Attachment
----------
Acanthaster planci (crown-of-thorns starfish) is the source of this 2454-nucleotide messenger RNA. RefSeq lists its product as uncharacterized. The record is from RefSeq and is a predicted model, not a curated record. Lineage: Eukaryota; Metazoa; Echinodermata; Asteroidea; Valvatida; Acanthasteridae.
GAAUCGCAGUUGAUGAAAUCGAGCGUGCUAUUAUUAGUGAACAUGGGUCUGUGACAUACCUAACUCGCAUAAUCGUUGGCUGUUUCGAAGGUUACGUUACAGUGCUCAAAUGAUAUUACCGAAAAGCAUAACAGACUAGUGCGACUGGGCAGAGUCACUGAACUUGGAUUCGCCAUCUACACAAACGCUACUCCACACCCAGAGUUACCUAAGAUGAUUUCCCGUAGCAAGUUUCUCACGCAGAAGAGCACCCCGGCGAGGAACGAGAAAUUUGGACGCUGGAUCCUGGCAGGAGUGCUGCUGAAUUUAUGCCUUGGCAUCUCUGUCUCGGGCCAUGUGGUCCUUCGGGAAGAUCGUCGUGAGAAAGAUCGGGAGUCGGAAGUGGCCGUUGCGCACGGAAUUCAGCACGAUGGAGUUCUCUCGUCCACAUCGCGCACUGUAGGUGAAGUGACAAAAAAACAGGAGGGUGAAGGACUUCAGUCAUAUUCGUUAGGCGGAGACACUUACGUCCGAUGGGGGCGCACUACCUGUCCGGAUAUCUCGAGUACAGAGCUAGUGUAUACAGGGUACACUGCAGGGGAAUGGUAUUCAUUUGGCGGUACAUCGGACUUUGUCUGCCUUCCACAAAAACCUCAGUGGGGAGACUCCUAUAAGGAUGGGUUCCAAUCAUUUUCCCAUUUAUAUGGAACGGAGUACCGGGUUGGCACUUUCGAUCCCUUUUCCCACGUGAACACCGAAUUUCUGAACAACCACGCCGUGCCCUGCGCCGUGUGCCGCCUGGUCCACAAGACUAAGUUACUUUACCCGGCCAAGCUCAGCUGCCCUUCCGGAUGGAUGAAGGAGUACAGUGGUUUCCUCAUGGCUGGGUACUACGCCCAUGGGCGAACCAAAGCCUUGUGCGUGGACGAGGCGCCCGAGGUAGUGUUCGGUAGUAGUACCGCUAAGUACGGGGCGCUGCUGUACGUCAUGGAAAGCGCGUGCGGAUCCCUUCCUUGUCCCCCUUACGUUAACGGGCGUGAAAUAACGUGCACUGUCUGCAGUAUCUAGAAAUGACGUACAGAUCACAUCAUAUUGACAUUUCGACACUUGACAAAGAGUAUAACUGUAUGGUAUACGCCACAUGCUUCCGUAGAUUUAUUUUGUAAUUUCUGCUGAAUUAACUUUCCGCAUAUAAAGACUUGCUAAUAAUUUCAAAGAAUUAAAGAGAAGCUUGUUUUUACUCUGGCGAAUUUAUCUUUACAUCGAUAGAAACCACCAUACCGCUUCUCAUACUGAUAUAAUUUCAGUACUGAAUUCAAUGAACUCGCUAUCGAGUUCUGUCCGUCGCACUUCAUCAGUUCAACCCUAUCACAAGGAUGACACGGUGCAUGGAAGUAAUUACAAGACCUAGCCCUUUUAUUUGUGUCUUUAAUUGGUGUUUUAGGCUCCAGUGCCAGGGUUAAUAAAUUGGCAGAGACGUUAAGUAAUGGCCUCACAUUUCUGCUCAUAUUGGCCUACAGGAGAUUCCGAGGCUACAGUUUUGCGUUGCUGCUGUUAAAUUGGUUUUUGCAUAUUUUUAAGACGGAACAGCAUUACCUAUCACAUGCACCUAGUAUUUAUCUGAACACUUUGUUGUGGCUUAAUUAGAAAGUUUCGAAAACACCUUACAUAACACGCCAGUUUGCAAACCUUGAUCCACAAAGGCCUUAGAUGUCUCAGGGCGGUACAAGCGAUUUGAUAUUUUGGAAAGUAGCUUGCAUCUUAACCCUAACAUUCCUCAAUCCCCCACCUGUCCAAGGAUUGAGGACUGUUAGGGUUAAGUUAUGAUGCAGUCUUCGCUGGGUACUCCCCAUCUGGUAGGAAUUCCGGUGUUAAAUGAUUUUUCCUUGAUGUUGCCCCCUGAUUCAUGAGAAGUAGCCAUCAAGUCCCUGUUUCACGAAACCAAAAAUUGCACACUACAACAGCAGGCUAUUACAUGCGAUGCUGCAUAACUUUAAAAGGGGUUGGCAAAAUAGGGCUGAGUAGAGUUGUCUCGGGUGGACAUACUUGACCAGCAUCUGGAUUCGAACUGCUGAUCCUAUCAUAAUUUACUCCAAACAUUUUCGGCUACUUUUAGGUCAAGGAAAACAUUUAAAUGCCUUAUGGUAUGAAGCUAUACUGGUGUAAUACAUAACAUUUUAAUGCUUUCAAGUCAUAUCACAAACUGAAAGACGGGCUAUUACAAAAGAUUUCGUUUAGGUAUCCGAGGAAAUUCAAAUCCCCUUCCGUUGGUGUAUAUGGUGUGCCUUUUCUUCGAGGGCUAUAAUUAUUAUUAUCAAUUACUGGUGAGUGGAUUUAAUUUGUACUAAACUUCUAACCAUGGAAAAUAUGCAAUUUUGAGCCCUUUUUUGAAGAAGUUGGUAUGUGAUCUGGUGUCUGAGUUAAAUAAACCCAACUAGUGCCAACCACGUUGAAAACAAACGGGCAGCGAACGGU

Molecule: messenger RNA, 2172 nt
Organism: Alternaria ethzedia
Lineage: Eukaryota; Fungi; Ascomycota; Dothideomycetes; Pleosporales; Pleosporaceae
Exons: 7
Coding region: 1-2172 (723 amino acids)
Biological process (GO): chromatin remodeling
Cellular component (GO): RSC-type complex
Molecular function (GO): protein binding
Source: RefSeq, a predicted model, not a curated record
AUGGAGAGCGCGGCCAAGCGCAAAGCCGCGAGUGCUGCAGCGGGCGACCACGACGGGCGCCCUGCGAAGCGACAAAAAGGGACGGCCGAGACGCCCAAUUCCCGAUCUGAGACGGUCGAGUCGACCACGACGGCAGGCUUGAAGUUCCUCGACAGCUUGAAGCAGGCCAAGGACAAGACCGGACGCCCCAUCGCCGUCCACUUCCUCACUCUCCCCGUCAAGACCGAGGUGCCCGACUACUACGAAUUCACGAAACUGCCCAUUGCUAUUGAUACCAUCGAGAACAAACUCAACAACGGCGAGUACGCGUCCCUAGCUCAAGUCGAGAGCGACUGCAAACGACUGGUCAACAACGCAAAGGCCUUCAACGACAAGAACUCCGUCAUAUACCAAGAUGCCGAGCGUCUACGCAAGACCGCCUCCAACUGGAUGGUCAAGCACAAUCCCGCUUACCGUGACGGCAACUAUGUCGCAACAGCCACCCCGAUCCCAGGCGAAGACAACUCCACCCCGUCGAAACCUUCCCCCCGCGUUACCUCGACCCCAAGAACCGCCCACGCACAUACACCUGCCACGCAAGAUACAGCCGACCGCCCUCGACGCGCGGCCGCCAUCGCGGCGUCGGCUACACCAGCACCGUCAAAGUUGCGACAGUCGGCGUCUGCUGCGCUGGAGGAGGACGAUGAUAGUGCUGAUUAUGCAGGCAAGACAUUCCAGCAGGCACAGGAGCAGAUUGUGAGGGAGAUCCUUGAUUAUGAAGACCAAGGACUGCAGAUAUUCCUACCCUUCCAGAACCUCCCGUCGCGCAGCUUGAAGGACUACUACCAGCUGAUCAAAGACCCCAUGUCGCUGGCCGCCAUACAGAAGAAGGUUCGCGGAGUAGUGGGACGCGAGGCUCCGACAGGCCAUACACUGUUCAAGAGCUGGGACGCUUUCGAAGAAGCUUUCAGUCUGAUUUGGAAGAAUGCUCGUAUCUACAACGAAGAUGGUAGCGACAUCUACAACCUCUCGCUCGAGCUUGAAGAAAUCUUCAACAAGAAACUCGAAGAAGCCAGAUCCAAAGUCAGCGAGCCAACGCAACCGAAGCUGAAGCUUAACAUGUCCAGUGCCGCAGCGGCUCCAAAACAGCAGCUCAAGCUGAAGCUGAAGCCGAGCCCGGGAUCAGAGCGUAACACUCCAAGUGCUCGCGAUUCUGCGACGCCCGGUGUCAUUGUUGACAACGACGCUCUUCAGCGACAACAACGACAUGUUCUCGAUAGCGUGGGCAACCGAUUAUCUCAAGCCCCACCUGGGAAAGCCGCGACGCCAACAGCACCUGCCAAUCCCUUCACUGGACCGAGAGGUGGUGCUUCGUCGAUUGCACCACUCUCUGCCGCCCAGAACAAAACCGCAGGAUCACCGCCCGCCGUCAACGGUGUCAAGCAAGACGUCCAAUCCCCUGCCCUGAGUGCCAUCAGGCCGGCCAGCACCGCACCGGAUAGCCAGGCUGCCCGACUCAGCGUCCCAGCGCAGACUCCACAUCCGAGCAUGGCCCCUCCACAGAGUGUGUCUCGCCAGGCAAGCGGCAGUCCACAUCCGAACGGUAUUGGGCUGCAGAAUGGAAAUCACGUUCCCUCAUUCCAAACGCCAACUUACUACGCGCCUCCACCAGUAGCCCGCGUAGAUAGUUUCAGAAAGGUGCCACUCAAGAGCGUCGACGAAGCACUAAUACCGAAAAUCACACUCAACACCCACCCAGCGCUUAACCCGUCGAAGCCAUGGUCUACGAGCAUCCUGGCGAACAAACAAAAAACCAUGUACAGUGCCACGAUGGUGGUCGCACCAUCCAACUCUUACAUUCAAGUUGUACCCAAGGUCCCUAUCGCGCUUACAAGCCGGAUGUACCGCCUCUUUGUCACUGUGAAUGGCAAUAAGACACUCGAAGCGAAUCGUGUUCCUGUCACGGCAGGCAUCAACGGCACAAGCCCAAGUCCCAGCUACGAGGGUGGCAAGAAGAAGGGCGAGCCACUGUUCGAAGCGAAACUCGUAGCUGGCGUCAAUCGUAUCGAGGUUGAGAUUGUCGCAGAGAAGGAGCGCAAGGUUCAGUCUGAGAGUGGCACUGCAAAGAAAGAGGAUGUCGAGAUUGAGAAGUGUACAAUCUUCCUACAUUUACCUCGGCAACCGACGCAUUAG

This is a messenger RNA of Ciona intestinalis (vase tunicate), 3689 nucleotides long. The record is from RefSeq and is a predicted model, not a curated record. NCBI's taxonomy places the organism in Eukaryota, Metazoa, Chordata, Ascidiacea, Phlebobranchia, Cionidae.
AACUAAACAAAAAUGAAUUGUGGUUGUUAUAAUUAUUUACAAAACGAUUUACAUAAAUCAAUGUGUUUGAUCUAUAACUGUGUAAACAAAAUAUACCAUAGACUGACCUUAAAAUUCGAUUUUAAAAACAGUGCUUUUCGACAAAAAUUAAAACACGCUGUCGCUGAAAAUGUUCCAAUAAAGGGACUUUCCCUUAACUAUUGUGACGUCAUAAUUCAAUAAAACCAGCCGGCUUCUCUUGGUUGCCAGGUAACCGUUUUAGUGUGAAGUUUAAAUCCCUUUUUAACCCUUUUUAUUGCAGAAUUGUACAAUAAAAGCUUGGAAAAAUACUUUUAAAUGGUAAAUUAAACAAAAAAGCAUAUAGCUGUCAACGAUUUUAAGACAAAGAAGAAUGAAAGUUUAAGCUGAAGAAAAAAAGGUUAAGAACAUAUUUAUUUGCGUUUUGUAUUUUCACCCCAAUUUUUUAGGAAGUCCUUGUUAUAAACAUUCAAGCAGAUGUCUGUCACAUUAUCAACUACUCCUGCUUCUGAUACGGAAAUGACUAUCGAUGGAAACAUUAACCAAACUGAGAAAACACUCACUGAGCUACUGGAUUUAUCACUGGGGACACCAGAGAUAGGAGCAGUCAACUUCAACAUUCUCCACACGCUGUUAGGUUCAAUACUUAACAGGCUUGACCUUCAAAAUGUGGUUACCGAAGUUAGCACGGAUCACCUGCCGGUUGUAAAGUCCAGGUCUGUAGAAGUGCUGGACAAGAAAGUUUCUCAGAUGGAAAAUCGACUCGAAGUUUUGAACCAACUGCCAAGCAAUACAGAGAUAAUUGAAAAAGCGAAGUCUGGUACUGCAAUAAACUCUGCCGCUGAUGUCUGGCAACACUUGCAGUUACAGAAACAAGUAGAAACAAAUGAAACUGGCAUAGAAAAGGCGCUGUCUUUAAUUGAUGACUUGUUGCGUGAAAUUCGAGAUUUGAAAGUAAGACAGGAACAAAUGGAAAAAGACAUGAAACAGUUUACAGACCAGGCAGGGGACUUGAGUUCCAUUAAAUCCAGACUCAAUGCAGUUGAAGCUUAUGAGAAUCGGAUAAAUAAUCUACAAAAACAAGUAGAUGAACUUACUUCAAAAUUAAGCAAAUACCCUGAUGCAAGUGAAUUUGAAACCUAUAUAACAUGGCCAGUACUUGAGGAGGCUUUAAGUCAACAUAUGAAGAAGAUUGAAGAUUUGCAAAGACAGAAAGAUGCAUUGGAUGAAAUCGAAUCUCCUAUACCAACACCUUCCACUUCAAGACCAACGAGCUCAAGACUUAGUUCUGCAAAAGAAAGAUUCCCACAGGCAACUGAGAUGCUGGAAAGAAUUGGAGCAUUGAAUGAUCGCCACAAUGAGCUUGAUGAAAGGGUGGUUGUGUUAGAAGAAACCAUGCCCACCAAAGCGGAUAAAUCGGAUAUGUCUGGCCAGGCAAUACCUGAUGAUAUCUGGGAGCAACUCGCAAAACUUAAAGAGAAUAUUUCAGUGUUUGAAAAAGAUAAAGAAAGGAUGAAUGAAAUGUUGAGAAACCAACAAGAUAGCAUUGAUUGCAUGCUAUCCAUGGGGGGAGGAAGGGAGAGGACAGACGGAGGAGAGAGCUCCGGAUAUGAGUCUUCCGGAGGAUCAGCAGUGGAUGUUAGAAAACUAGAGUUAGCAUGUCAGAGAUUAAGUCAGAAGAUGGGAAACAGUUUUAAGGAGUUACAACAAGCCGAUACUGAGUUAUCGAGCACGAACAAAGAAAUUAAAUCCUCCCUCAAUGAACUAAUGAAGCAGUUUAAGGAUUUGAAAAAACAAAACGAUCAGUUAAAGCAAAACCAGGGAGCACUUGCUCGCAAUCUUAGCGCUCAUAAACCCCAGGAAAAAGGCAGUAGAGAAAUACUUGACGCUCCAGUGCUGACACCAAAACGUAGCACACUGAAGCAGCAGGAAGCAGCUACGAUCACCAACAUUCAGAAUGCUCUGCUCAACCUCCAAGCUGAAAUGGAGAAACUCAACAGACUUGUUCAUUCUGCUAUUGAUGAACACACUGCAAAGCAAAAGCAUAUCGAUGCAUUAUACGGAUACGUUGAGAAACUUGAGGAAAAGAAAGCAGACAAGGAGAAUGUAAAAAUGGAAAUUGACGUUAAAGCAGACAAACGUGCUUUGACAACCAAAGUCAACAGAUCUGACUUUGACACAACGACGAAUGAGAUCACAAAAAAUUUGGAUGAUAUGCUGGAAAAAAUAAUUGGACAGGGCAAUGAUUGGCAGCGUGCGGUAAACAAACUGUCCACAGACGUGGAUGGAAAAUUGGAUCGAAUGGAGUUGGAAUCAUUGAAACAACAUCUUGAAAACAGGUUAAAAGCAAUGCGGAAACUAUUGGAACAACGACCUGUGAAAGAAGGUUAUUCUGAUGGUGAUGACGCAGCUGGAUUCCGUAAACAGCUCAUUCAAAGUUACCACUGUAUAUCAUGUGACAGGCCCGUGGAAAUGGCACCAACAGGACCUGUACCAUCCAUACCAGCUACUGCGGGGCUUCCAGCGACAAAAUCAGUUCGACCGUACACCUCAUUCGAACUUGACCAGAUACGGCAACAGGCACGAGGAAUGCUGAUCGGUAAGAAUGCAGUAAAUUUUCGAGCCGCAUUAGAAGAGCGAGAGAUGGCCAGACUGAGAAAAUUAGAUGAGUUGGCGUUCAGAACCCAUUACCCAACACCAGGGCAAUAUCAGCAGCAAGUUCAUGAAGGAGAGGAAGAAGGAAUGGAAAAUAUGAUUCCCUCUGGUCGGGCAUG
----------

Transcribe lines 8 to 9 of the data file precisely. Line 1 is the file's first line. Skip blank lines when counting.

Biological process (GO): chromatin remodeling
Cellular component (GO): RSC-type complex